After wrapping up their second meeting of the academic year, two members of the Ithaca College Board of Trustees held an open conversation session Feb. 15 to get feedback from the community.
The event was open to everyone on campus and began with board Chair Tom Grape and Vice Chair David Lissy giving a breakdown of their meetings. The board met with President Shirley M. Collado and the tri-council — which includes the Faculty Council, the Staff Council and the Student Governance Council — to discuss issues including the Middle States accreditation and building trust on campus. Both Grape and Lissy said board members try to spend as much time as they can with constituencies while on campus.
Then Grape and Lissy took questions and asked for feedback from those in attendance. Senior Roswell Ecker quickly stood up and said they felt that the board and the administration contributed to and perpetuated a culture of silencing survivors of rape on campus, especially to victims that had been assaulted by women. They wanted to know what actions the board would take to change that.
Ecker said that they had previously emailed the board the same question. After the event, Ecker said their email was an intentional reference to Collado’s past and that Grape had responded by stating the board supported Collado and survivors.
In January, The Ithacan reported that Collado pleaded no contest to a sexual abuse charge in 2001. Following that report, the board released a statement of support.
Ecker said they were not satisfied with the response the board gave.
“I sent the Board of Trustees an email right when the news broke, and received a very generic, empty response, which is why I asked the question again in person,” they said via email. “I [would] like to see more preemptive measures in terms of tackling issues of assault on campus. In light of this, and the precedence it sets for claiming innocence being enough to avoid consequences, it’s crucial that we have programs in place not only to support survivors after the fact, but to prevent assaults in advance.”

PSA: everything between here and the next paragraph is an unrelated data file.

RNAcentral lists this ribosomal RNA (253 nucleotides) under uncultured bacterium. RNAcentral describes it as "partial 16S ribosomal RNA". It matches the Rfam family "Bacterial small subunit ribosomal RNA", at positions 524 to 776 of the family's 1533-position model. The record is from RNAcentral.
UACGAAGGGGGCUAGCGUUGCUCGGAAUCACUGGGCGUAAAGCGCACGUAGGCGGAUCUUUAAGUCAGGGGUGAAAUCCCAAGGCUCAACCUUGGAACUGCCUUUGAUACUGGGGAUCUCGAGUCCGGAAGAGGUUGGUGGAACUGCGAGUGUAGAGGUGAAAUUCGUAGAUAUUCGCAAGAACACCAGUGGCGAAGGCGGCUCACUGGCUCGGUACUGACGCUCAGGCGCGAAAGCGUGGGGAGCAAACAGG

Grape and Lissy cited a number of resources available on campus, such as the Center for Counseling and Psychological Services, that are designed to help address those issues. Grape and Lissy said they hope people do not feel ostracized and unable to speak out on campus and said that the culture of silence on campus needs to change. They then said that if anyone can think of ways that could be fixed, they could reach out to someone like Rosanna Ferro, vice president of the Division of Student Affairs and Campus Life, to make those changes happen.
Hongwei Guan, associate professor and director of the health sciences and human performance China exchange program, asked the next question. Guan is an advocate for creating an Ithaca College campus in China, which was part of the IC 20/20 initiative. He asked about the status of that initiative, and Grape told him that he hopes the college creates a China center. Grape also said the college is in a little bit of a transition period and eventually Collado will unveil a strategic vision that would likely include initiatives like that.
“I think in general, they are supportive, but there are a lot of things that the board and the administration are trying to handle,” Guan said about Grape’s response. “But I think we cannot wait on this.”
The rest of the meeting mostly centered around how the board could be more active in the community and become more inclusive. Lissy said the board is working toward becoming more diverse over time. The board of trustees is 84 percent white and 76 percent male. The national average for college boards is 87.5 percent white and 69 percent male.
“It is our objective over time to continue to have the board increase in its mix of diverse people,” he said. “I think we’ve made some good progress in that way. But I think we will ultimately be better the more diversity we have.”
Grape said the board of trustees plans on continuing to host events like the open conversation to help get important feedback from students and faculty on campus and to help students and faculty better understand the board.
“The board has been working over the past couple of years to increase transparency and our visibility with the community, and this is a step in that process,” Grape said. “Ideally we’d like to do [this] after each meeting. That’s not always possible depending on our schedules, [but] we’re going to do it as regularly as we can.”